Figure 6. Melt pool profile and depth at different laser powers: (a) 800–600 w, (b) 1100–670 w, (c) 1000–750 w.
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Figure 7. Microstructure of fabricated Al-12Si thin wall using LDED at laser power of 750 w, 2100 mm/min scan speed, and powder flow rate of 1.4 g/min; (a) outer top view and (b) cross-section at higher magnification.
Figure 7. Microstructure of fabricated Al-12Si thin wall using LDED at laser power of 750 w, 2100 mm/min scan speed, and powder flow rate of 1.4 g/min; (a) outer top view and (b) cross-section at higher magnification.
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Figure 8. Microstructure of Al-12Si wall fabricated with LDED at laser power of 750 w, 2100 mm/min scan speed, and powder flow rate of 1.4 g/min. (a) Grain structure at low magnification (b) Fibrous Si particles distribution.
Figure 8. Microstructure of Al-12Si wall fabricated with LDED at laser power of 750 w, 2100 mm/min scan speed, and powder flow rate of 1.4 g/min. (a) Grain structure at low magnification (b) Fibrous Si particles distribution.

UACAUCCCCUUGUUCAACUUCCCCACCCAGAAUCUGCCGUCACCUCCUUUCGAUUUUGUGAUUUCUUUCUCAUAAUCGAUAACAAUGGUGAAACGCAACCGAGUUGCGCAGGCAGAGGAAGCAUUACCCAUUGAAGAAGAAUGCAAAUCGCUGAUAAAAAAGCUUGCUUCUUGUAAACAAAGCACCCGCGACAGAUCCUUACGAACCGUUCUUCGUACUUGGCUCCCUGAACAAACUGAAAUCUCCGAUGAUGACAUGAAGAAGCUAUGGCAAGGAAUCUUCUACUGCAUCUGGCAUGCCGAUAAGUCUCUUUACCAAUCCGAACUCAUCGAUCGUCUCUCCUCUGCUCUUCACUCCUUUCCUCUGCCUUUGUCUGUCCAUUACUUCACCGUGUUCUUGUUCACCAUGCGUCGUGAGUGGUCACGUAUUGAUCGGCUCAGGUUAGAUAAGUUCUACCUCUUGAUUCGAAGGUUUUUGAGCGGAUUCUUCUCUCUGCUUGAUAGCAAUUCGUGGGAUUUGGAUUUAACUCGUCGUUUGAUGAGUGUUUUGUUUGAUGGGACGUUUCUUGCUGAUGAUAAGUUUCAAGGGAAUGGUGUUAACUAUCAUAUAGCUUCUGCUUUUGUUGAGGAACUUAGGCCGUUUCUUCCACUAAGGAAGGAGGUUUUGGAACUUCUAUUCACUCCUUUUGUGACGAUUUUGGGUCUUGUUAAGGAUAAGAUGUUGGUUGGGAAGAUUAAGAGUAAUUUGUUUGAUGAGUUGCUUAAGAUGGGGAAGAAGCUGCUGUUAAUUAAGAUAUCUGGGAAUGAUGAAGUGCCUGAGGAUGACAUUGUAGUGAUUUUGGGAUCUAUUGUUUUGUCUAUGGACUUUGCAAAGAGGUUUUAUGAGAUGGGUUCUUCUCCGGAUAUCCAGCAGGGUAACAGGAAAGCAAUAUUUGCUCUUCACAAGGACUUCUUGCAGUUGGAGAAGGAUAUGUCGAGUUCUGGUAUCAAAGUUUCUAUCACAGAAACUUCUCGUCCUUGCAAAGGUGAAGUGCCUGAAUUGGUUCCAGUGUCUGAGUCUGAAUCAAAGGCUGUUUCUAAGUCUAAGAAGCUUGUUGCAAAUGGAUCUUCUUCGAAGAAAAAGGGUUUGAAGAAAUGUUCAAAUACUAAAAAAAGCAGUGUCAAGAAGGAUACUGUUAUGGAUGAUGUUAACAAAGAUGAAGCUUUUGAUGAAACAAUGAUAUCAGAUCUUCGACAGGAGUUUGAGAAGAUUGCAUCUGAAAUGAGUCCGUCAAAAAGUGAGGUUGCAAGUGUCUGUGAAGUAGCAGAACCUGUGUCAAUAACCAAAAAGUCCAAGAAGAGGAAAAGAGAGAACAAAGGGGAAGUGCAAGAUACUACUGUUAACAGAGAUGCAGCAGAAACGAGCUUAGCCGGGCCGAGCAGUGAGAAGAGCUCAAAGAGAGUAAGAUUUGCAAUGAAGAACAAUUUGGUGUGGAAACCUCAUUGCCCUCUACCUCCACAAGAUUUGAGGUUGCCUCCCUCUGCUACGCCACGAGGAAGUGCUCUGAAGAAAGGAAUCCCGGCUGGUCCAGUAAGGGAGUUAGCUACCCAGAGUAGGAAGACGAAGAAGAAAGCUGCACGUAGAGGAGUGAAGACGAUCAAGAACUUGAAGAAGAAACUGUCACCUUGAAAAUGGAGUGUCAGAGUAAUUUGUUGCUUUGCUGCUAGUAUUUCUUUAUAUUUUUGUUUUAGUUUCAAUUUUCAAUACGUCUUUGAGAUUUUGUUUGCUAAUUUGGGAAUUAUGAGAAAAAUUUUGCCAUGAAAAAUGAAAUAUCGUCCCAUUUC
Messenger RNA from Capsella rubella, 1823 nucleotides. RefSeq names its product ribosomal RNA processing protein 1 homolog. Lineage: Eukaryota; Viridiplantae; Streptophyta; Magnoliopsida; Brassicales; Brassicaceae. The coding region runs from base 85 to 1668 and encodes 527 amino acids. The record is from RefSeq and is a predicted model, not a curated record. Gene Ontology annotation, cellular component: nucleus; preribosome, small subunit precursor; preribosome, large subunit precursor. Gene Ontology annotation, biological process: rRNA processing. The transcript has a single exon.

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Figure 9. Fabricated samples to evaluate the tensile strength of varying laser powers: (a) 1100–670 w, (b) 1000–750 w, (c) 800–600 w.
Figure 9. Fabricated samples to evaluate the tensile strength of varying laser powers: (a) 1100–670 w, (b) 1000–750 w, (c) 800–600 w.
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Figure 10. Stress versus strain of the fabricated thin wall at different laser powers.
Figure 10. Stress versus strain of the fabricated thin wall at different laser powers.
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Figure 11. Micro-hardness of fabricated thin wall at different zones.
Figure 11. Micro-hardness of fabricated thin wall at different zones.
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Figure 12. XRD patterns of LDED, heat-treated, PBF, and as-cast Al-12Si samples.